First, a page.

Assistant Professor, UPEI Faculty of Indigenous Knowledge, Education, Research, and Applied Studies
"Indigenous Foodways of Turtle Island"
Participants will gain an understanding and awareness on the relationship that the Mi’kmaq have with Mother Earth and food; learn about efforts to reclaim traditional Indigenous foodways and resist the impact of colonization; and, learn about traditional Mi’kmaq foods and the stories behind particular recipes.
Dr. Catherine L. Mah
Canada Research Chair in Promoting Healthy Populations, Dalhousie University
"Consumer Food Environments, Healthy Diets, and a Healthier Society: An Introduction to Food Environments Research From a Social Perspective"
Dr. Catherine L. Mah MD FRCPC PhD is an internationally recognized scholar in nutrition and food policy and is appointed to Health Canada’s Nutrition Science Advisory Committee. She has published widely in health and social science, including critical and empirical studies on the consumer food environment and its role in social equity in population diet, food access, and food affordability. In 2022, Dr. Mah was the recipient of a Queen Elizabeth II Platinum Jubilee Medal from Nova Scotia for her service as an educator.
- Canada Research Chair in Promoting Healthy Populations
- Associate Professor in the School of Health Administration at Dalhousie University
- Affiliate Scientist (Research), Nutrition & Food Services, Nova Scotia Health
- Associate Professor, Dalla Lana School of Public Health, University of Toronto
- Adjunct Professor, Saint Mary's University
The consumer food environment has a critical role in shaping food access, food affordability, and social equity. It is also a sociocultural determinant of population diet and individual dietary behaviour. Assessing consumer food environments can show us patterns of who holds power, how resources are distributed, and the scale and path of the challenge to achieve justice, because most of the policy levers to enact lasting change for healthier diets, healthier populations, and inclusive societies lie well outside of food.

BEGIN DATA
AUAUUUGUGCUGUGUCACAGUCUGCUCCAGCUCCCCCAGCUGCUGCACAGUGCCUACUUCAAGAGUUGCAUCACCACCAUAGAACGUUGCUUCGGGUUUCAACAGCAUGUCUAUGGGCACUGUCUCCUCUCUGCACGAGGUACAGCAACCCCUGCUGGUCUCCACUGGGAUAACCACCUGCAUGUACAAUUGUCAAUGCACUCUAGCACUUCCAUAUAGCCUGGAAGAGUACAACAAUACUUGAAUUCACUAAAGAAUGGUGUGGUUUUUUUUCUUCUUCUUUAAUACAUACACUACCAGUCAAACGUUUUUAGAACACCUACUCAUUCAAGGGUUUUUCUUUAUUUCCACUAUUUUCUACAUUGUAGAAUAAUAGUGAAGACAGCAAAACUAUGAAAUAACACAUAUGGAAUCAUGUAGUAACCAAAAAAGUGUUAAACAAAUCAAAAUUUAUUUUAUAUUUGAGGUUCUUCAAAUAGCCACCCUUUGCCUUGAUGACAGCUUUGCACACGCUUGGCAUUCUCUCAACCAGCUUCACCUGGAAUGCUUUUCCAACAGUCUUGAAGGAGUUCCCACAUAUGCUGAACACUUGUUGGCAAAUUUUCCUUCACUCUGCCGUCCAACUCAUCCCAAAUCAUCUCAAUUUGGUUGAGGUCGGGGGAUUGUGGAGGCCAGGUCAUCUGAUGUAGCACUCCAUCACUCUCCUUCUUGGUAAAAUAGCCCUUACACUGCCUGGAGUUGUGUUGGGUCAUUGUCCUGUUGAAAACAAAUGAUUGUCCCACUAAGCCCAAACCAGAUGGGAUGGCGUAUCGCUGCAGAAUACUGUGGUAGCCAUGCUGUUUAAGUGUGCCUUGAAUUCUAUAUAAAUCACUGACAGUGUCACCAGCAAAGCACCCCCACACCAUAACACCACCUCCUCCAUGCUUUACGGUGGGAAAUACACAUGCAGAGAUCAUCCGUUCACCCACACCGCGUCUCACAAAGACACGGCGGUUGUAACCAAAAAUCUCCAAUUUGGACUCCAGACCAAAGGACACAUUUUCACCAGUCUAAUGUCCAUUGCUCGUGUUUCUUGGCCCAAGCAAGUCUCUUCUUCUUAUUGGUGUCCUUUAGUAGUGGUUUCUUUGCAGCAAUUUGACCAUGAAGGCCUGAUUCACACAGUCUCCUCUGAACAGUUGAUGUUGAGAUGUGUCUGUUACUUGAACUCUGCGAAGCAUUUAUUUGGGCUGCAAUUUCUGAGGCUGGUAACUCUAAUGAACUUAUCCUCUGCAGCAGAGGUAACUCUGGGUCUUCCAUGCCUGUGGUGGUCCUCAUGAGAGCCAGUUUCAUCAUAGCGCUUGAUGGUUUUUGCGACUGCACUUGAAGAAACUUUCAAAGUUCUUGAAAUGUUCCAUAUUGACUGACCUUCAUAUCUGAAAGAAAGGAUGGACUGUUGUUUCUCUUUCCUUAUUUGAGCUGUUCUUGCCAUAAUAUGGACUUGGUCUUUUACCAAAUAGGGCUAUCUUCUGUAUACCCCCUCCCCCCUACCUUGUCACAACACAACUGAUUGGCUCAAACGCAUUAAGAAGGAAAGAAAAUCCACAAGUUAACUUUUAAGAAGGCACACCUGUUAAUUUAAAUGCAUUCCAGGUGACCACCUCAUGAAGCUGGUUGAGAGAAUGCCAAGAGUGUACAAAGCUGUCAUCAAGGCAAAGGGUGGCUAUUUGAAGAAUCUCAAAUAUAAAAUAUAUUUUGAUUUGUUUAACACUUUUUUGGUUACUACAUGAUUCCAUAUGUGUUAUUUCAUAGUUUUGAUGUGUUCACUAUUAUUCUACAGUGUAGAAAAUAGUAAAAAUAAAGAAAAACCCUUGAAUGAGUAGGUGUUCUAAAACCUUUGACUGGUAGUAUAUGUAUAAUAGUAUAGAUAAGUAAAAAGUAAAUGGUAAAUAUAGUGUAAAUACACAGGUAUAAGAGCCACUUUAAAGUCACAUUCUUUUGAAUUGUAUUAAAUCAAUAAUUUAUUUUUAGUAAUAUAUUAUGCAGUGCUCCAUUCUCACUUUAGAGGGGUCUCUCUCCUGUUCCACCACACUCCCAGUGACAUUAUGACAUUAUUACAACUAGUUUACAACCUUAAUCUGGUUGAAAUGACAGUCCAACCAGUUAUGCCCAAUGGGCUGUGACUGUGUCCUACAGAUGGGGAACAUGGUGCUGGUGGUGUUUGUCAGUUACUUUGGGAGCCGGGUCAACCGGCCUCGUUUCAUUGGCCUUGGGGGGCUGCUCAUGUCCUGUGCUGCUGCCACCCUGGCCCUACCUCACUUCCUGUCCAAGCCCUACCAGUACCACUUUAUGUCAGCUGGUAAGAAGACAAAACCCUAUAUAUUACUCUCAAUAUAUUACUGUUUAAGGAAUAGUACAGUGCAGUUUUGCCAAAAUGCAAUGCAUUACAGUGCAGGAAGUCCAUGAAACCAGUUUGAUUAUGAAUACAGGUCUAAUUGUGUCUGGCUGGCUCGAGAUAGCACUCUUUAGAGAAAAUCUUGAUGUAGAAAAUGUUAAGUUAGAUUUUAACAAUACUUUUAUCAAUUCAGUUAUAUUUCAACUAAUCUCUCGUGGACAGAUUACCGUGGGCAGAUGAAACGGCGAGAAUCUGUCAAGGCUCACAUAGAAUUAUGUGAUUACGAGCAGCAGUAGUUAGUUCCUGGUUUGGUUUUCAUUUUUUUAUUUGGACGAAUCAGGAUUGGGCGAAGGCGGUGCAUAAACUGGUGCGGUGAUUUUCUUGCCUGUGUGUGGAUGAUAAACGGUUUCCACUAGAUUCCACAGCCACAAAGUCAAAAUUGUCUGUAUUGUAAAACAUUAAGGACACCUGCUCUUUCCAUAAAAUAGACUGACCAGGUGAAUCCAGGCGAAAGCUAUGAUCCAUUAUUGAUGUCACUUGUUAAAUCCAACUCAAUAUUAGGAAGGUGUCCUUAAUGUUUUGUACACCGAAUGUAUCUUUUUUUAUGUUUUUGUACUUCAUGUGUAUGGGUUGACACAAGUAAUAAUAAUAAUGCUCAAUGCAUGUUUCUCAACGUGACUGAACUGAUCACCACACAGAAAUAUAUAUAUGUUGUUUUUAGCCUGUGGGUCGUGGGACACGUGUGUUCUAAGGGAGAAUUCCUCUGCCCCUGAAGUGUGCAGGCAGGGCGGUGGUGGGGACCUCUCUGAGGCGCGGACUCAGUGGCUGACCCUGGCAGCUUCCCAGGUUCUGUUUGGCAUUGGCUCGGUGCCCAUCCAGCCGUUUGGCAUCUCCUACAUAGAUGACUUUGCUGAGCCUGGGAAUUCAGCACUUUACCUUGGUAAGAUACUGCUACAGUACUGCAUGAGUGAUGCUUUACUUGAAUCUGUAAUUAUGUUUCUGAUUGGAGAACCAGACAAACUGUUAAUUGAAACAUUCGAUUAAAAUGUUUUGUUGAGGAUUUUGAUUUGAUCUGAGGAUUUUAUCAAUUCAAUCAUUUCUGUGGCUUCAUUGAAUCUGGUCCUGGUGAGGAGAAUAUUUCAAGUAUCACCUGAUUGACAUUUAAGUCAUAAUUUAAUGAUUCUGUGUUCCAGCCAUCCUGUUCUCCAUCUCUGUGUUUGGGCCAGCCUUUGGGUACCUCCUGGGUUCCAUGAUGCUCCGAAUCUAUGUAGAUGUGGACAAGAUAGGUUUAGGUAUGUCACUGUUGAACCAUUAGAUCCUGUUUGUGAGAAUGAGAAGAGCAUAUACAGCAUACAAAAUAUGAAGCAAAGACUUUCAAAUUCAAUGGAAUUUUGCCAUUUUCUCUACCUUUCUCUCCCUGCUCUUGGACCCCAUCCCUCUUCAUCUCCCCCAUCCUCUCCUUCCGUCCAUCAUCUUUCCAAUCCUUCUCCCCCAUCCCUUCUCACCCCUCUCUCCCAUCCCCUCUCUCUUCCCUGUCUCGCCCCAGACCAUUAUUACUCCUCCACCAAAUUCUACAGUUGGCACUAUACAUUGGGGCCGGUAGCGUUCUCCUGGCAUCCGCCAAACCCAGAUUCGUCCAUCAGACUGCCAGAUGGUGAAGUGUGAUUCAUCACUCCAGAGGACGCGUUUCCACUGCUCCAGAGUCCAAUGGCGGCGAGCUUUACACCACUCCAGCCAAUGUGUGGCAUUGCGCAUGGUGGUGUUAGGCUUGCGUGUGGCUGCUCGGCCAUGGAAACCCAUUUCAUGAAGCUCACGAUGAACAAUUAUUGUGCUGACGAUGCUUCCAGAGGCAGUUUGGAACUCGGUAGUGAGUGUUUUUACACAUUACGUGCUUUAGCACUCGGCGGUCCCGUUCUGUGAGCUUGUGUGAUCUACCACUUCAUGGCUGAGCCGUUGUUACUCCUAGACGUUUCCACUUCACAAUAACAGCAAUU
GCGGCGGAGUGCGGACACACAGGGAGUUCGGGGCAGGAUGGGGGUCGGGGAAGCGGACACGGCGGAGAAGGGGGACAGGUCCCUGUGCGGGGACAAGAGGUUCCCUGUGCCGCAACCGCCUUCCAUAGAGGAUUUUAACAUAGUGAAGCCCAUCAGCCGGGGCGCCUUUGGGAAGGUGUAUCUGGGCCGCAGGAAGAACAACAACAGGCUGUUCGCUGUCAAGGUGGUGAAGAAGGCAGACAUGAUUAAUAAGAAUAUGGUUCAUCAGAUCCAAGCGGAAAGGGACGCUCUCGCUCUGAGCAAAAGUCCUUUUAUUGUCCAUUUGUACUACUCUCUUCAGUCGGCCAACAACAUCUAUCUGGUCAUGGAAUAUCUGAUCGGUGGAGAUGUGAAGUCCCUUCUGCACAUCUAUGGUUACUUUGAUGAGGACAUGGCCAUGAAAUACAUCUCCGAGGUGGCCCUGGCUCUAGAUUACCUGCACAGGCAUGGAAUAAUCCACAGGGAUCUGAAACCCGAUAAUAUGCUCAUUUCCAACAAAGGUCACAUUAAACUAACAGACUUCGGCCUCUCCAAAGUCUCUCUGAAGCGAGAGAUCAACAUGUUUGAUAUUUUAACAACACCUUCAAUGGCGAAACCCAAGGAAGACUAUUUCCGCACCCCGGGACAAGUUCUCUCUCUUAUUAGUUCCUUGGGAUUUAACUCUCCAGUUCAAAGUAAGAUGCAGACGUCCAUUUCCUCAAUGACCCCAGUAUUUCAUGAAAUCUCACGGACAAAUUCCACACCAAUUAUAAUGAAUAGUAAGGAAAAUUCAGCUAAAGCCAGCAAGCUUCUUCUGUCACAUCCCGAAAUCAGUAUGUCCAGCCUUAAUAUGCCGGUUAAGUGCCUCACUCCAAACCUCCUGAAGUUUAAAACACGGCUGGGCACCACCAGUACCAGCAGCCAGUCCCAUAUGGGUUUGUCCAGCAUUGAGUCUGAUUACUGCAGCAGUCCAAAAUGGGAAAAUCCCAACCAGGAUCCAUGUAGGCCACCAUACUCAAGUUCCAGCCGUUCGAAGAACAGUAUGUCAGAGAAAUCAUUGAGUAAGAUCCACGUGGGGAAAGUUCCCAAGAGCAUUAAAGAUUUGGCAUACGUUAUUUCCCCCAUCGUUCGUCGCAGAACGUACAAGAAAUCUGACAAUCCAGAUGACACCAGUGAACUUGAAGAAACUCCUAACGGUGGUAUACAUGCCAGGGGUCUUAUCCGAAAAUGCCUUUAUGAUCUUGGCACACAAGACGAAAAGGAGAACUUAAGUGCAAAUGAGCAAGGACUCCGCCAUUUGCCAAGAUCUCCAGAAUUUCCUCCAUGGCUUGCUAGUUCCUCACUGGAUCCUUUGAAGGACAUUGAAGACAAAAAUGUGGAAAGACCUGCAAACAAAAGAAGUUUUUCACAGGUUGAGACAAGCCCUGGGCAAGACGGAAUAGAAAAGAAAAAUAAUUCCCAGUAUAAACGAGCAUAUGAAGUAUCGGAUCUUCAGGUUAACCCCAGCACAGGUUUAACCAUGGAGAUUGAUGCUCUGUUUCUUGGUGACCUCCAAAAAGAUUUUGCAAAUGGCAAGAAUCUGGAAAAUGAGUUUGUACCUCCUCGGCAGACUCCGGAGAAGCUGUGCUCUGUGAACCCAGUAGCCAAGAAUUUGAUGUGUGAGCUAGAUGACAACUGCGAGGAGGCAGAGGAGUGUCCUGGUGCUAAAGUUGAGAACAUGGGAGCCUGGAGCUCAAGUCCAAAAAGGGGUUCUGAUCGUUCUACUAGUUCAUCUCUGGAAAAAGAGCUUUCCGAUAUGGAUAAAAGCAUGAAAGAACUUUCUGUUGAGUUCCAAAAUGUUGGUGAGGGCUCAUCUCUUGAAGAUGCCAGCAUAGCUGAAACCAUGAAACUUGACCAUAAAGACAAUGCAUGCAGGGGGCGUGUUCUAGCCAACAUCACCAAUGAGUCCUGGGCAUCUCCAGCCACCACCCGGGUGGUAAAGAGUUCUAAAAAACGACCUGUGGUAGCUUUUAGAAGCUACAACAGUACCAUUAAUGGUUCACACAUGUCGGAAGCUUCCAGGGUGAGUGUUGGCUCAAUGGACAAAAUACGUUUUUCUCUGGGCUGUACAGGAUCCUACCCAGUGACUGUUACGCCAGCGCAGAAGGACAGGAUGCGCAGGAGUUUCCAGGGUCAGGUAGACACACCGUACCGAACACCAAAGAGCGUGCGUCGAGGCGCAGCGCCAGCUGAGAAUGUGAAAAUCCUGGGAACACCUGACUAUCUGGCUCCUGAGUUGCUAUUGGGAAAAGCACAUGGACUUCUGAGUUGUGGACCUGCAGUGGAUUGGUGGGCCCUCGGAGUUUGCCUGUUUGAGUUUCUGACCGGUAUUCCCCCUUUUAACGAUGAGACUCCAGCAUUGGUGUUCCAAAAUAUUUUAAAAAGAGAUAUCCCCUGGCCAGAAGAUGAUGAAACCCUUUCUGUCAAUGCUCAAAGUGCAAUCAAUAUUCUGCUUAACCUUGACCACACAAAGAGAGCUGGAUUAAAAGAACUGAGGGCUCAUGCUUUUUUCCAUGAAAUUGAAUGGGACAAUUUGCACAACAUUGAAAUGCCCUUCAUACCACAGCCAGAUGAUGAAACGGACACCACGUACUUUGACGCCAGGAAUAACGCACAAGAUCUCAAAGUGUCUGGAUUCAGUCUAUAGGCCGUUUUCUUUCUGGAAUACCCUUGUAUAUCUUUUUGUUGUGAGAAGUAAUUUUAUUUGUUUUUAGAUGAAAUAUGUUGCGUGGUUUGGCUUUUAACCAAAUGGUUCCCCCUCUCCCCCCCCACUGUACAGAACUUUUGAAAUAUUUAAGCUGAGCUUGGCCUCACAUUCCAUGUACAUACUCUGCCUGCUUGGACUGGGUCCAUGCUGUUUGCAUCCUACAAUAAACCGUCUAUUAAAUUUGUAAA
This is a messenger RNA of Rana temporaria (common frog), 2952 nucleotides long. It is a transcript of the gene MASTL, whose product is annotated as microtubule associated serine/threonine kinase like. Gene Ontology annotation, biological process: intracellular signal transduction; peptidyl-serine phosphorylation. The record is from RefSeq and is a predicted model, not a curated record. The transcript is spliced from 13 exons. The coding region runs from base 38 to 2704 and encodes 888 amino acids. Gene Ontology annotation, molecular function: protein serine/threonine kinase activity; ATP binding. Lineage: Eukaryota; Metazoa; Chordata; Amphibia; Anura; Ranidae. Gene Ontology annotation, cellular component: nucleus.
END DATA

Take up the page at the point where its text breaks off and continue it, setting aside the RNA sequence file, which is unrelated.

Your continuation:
Following this presentation, participants will define the food environment and the consumer food environment; identify concepts from social theories as a framework for assessing and critically analyzing the social world and how it relates to population nutrition and diet; and, apply concepts from social analysis to expand our understanding of population nutrition and dietary determinants, particularly food affordability.
Dr. Sukhinder Kaur Cheema
Pofessor of Biochemistry, Memorial University of Newfoundland and Labrador (MUN)
"Maternal Nutrition and Future Generational Health"
Dr. Cheema held the CIHR New Investigator Award (2001‐2006) and has received several other awards for her research. She has served on the Advisory Board for the CIHR Institute of Nutrition, Metabolism and Diabetes. She is currently the Vice-President (Research), and President-Elect, Canadian Nutrition Society. Her research focuses on how maternal diet influences pregnancy outcomes, the regulation of metabolic pathways associated with metabolic disorders, and the brain health of offspring. Her research incorporates both basic science and clinical research; she collaborates with clinicians on the importance of maternal nutrition, breast milk composition, and the future health of the newborn. She has received funding from SSHRC, CIHR, NSERC, CFI, the Heart & Stroke Foundation of Canada, hospital foundations, and industry for her research. She has served on CIHR, NSERC, and HSFC grant review panels, and is on the editorial board of international peer-reviewed journals. She has played a key role to establish collaborations between MUN and several universities in India, where she is promoting nutrition research and community outreach programs on healthy eating in order to improve outcomes of impoverished and vulnerable communities. As a scientist who is a racialized woman, she is dedicated to highlighting the barriers faced by historically excluded or marginalized groups working both within the field, and most impacted by nutrition‐based discrimination.